Undoubtedly there are good reasons and explanations as to why the enthusiasm for digital newness has quieted down in banking in the last few years: a lot is brewing and in the works; business models had to be re-examined and that’s no easy feat and, chief among them, most big banks are “closed for refurbishment” –  their backend systems were in no shape to carry all this digital experience magic and are being either replaced or covered up with other layers and a few very smart ones are also orchestrating cultural transformation behind those closed doors and that is a sine qua non condition to progress.

With that said, these objective reasons are nothing but excuses when in 2018, the consumer gets near-mind-readingly-helpful-level-AI in one app and the same lack of clarity as to what they can really afford to spend as they did in 2011, once they fire up their mobile bank.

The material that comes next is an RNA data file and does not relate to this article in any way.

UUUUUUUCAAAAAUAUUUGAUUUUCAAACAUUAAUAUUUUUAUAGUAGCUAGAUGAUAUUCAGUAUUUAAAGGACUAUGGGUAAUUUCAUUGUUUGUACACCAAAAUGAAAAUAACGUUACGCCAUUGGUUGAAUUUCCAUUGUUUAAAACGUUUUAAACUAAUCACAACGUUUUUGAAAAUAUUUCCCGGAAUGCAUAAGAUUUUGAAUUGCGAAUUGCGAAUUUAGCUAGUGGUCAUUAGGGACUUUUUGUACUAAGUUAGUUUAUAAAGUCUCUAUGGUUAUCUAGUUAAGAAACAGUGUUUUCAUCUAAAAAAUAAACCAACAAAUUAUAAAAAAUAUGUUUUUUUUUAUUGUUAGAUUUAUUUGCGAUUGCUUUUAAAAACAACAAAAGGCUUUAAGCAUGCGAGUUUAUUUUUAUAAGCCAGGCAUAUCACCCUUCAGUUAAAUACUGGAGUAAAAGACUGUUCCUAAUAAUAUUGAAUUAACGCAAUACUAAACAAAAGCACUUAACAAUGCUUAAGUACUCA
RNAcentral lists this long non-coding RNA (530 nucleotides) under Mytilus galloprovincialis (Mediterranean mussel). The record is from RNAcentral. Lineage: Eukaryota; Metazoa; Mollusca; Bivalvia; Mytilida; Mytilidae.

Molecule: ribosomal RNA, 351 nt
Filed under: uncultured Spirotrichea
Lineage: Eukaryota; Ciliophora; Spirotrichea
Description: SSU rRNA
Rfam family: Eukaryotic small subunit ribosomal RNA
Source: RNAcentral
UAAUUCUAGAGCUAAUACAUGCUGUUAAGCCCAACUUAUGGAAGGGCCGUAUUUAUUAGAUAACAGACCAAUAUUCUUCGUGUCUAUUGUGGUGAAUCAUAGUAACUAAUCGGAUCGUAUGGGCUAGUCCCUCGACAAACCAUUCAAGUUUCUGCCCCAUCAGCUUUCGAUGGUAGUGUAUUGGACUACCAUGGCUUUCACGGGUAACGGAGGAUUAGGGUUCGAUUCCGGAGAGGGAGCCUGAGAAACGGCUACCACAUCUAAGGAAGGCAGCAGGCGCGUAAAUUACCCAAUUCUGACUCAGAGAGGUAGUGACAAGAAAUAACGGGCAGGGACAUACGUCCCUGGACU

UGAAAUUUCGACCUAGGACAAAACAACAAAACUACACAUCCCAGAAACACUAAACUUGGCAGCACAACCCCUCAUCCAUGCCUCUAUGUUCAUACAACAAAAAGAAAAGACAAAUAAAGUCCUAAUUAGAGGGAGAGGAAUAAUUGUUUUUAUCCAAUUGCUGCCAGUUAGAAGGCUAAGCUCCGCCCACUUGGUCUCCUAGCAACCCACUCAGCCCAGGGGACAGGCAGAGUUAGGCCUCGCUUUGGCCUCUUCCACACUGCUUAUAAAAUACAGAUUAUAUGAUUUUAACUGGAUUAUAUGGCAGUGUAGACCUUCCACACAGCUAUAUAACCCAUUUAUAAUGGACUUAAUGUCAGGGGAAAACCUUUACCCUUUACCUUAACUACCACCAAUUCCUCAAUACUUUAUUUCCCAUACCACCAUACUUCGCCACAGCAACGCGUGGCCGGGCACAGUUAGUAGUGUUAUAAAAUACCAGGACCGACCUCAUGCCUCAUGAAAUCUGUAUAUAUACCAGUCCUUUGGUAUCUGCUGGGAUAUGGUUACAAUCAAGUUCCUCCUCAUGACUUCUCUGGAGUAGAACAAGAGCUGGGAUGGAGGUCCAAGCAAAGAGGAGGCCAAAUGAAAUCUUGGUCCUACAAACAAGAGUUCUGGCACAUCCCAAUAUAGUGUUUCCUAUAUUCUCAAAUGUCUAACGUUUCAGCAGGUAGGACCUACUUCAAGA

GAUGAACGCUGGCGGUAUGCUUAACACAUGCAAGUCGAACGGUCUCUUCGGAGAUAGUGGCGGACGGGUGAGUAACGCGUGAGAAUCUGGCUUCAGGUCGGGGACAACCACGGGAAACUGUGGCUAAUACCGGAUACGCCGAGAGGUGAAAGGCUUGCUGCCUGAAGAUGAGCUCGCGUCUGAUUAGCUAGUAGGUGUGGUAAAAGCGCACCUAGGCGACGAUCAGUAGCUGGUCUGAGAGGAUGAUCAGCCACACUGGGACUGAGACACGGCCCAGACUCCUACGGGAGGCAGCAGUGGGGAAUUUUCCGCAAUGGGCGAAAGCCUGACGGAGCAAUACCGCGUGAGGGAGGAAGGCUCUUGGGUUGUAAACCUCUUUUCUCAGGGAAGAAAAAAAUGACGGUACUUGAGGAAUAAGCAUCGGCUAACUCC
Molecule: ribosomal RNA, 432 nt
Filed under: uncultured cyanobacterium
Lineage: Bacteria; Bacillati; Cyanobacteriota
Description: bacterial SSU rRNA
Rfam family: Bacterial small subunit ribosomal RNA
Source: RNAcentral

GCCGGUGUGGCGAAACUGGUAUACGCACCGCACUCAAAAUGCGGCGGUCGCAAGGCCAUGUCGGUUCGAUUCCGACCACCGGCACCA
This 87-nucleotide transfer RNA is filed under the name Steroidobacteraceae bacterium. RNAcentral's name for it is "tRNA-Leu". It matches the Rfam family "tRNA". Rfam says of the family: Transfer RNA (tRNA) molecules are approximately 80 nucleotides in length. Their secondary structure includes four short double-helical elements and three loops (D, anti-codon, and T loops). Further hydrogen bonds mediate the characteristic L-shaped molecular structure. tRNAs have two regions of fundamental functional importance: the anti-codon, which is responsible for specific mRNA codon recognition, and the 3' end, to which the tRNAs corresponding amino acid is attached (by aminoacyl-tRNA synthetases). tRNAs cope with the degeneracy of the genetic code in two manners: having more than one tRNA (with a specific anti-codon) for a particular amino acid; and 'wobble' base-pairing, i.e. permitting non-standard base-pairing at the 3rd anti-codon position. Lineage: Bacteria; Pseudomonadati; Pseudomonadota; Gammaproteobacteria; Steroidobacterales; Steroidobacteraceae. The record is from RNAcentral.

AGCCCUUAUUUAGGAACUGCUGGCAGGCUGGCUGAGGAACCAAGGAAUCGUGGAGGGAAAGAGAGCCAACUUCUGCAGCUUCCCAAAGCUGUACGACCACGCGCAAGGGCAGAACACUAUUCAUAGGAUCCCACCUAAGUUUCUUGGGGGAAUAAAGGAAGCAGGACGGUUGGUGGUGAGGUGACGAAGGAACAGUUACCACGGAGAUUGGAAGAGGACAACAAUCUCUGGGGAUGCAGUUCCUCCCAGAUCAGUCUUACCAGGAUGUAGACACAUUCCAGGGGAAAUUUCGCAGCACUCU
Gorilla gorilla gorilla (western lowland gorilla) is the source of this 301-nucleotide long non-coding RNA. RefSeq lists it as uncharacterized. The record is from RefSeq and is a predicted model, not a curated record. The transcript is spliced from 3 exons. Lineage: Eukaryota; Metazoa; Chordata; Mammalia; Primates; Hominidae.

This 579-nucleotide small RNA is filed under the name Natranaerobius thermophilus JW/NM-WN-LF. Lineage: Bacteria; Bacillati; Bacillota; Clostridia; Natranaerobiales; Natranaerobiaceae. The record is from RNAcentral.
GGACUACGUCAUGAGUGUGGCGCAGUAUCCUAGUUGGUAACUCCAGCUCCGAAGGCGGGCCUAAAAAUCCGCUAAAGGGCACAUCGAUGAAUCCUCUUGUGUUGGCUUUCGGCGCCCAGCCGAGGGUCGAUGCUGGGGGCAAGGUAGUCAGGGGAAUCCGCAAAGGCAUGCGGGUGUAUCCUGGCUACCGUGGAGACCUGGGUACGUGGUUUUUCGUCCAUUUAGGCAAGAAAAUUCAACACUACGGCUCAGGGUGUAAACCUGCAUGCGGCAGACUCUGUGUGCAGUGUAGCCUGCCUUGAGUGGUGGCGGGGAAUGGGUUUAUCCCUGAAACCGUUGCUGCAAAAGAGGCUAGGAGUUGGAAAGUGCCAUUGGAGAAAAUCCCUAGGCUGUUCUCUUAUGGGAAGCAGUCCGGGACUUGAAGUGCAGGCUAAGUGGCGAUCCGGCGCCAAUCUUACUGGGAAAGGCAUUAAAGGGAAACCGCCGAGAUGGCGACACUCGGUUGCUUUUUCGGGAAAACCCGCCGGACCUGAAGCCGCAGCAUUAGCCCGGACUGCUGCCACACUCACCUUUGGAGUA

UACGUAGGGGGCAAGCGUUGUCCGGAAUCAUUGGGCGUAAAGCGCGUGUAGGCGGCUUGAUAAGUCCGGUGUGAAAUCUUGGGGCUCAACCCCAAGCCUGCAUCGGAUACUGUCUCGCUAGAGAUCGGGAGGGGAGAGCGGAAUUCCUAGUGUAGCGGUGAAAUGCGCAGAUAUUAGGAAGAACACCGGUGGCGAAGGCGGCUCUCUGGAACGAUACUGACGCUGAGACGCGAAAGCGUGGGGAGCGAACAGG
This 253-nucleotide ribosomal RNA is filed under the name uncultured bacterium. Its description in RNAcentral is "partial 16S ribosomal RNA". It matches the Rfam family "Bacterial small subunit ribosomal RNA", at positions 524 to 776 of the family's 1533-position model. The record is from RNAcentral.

Here are some user stories for the Innovation Epic – let’s stick them back on the backlog and prioritise them hard:

“As a consultant I want to stop being a demagogue, and give up using wooden language and business jargon bingo and instead be real and helpful so that I help banks progress”

“As an industry practitioner involved in the FinTech conversation I want to push the innovation agenda again with all my might so that we can all see real digital magic as the consumer deserves happen and bridge the gap between the offerings of technology giants and banks”

“As an innovative bank, I want to build delightful MoneyMoments instead of banking products so that my consumers can lead a better financial life”

“As a consumer of digital banking I want to have as simple, useful, satisfying, awesome experiences every time I interact with my bank as when I order something online so that I stay with them”